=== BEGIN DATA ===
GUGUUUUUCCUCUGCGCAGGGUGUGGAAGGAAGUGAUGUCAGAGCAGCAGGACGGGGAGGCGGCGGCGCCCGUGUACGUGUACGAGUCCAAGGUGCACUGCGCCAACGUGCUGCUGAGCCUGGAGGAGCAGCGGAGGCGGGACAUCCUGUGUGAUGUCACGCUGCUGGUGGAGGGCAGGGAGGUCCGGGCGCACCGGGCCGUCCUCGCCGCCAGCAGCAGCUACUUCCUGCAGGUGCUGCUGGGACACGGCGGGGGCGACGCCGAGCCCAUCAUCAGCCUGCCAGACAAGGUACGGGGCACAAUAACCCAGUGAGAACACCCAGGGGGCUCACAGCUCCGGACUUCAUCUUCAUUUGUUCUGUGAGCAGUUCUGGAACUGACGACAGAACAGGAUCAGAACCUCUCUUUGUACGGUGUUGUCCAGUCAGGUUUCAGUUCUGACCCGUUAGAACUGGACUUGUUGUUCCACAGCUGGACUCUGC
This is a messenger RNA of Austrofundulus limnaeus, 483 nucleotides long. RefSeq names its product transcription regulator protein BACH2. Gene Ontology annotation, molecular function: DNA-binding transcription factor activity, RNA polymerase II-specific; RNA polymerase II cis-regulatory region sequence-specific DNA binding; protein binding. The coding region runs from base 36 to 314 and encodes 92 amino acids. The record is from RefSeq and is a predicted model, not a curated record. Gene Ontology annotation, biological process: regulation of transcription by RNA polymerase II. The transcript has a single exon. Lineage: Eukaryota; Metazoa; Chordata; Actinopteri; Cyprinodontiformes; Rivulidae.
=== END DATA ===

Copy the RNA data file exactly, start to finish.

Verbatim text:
GUGUUUUUCCUCUGCGCAGGGUGUGGAAGGAAGUGAUGUCAGAGCAGCAGGACGGGGAGGCGGCGGCGCCCGUGUACGUGUACGAGUCCAAGGUGCACUGCGCCAACGUGCUGCUGAGCCUGGAGGAGCAGCGGAGGCGGGACAUCCUGUGUGAUGUCACGCUGCUGGUGGAGGGCAGGGAGGUCCGGGCGCACCGGGCCGUCCUCGCCGCCAGCAGCAGCUACUUCCUGCAGGUGCUGCUGGGACACGGCGGGGGCGACGCCGAGCCCAUCAUCAGCCUGCCAGACAAGGUACGGGGCACAAUAACCCAGUGAGAACACCCAGGGGGCUCACAGCUCCGGACUUCAUCUUCAUUUGUUCUGUGAGCAGUUCUGGAACUGACGACAGAACAGGAUCAGAACCUCUCUUUGUACGGUGUUGUCCAGUCAGGUUUCAGUUCUGACCCGUUAGAACUGGACUUGUUGUUCCACAGCUGGACUCUGC
This is a messenger RNA of Austrofundulus limnaeus, 483 nucleotides long. RefSeq names its product transcription regulator protein BACH2. Gene Ontology annotation, molecular function: DNA-binding transcription factor activity, RNA polymerase II-specific; RNA polymerase II cis-regulatory region sequence-specific DNA binding; protein binding. The coding region runs from base 36 to 314 and encodes 92 amino acids. The record is from RefSeq and is a predicted model, not a curated record. Gene Ontology annotation, biological process: regulation of transcription by RNA polymerase II. The transcript has a single exon. Lineage: Eukaryota; Metazoa; Chordata; Actinopteri; Cyprinodontiformes; Rivulidae.